Business leaders today warned that changing rules to let sovereign-controlled companies list their shares in London threatened to diminish the UK’s track record for strong corporate governance.
The Institute of Directors (IoD) said stock market rules should be strengthened, not weakened, if the City hopes to attract more companies owned by sovereign wealth funds.
The Financial Conduct Authority (FCA) has launched a consultation on proposals to create a new category that would let Saudi Aramco float on the London Stock Exchange.
IoD said the FCA proposals did little to address the risks surrounding sovereign-controlled companies, which include “the potential for politically-motivated ownership interference over the company by the state apparatus”.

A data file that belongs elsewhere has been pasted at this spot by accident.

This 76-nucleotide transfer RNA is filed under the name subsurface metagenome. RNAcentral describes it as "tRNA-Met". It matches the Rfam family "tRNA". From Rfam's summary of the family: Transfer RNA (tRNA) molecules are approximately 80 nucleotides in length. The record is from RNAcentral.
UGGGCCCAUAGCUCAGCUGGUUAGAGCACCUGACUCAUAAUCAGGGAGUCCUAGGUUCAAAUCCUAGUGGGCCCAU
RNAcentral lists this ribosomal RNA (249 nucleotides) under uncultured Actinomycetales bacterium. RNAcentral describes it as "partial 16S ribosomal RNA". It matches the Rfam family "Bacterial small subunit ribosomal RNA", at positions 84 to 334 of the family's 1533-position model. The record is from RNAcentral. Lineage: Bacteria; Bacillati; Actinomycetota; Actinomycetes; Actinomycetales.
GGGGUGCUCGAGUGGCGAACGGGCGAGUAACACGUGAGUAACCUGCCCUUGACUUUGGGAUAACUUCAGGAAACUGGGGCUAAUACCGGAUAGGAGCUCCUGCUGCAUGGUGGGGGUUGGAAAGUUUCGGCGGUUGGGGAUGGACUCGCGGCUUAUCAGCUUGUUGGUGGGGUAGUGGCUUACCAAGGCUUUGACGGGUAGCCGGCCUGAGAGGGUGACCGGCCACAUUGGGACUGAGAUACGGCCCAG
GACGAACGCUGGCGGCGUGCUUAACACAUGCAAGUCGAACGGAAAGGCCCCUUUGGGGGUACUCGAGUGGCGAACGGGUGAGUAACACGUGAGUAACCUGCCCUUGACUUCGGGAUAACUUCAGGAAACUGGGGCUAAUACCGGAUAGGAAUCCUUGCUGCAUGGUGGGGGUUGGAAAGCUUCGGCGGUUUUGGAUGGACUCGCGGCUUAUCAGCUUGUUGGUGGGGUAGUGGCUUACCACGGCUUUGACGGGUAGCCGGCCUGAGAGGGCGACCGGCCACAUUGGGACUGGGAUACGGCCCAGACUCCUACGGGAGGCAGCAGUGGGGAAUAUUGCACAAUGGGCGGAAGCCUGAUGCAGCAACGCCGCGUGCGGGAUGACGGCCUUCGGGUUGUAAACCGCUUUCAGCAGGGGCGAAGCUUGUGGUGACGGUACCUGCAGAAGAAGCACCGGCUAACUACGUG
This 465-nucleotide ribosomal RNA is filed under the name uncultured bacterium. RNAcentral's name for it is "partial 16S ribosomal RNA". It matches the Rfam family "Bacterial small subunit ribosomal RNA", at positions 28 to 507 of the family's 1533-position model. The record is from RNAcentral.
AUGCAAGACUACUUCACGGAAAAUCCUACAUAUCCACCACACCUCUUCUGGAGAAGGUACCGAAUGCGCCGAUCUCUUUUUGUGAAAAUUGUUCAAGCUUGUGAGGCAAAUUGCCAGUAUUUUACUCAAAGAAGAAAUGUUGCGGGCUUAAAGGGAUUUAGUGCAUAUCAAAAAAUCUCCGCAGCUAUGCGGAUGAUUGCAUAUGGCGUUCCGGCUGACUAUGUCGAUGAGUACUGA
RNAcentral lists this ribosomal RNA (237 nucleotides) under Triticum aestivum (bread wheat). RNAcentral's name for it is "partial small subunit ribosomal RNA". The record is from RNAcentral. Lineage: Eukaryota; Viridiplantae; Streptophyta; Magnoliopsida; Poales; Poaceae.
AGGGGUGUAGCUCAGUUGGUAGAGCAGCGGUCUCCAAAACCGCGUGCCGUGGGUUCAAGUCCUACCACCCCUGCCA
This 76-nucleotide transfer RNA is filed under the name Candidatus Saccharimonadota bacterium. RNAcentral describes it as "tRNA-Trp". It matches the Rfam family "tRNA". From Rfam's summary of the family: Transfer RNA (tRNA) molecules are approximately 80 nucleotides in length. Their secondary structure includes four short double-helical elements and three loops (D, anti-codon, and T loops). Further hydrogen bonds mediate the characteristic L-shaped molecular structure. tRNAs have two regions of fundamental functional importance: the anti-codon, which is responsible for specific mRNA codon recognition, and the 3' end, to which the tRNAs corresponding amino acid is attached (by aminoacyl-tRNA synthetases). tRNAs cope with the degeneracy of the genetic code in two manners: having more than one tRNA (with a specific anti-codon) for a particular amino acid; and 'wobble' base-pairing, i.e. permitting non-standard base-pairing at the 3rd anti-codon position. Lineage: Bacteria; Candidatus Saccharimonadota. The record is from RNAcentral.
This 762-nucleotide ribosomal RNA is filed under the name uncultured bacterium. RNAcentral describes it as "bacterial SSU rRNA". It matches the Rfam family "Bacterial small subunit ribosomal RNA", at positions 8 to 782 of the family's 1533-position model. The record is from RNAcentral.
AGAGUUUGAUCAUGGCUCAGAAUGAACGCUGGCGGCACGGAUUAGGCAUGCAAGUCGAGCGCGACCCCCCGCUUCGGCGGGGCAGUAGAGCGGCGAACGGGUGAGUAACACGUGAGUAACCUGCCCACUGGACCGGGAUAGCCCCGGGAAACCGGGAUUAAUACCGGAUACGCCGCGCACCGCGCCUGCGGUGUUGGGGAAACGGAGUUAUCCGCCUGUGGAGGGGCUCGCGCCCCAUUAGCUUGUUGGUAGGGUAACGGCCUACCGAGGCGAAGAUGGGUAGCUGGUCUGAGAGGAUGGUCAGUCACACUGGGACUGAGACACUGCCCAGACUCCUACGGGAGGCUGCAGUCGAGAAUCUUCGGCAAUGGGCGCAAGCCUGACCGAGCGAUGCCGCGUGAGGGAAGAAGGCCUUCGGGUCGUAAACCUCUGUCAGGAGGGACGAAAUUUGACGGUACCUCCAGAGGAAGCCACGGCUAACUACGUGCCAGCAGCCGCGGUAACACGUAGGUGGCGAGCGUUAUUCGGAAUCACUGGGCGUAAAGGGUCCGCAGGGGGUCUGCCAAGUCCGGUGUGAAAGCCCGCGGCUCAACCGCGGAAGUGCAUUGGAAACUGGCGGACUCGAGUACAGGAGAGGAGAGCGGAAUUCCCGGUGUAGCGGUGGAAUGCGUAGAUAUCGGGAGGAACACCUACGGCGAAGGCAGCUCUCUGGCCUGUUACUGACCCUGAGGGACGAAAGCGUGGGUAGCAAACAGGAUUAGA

The organisation also warned that national governments were in a strong position to “undermine the rights of minority shareholders and the authority of the board of directors at such enterprises”.
IoD director general Stephen Martin said: “We have no objection to the creation of a new sub-set of the premium listing category for sovereign-controlled companies.
“However, the proposed rule changes for the new premium listed category are unjustified and could create governance problems.
“At best, they are changes that have been formulated without regard to available evidence concerning state-owned or state-controlled enterprises.
“At worst, they could be interpreted as an opportunistic attempt at boosting short-term primary issuance which ignores the longer-term implications for the overall UK corporate governance regime.”
Martin added that the FCA’s proposals would do nothing to enhance business performance, protect investors or “maintain the reputation of UK Plc”.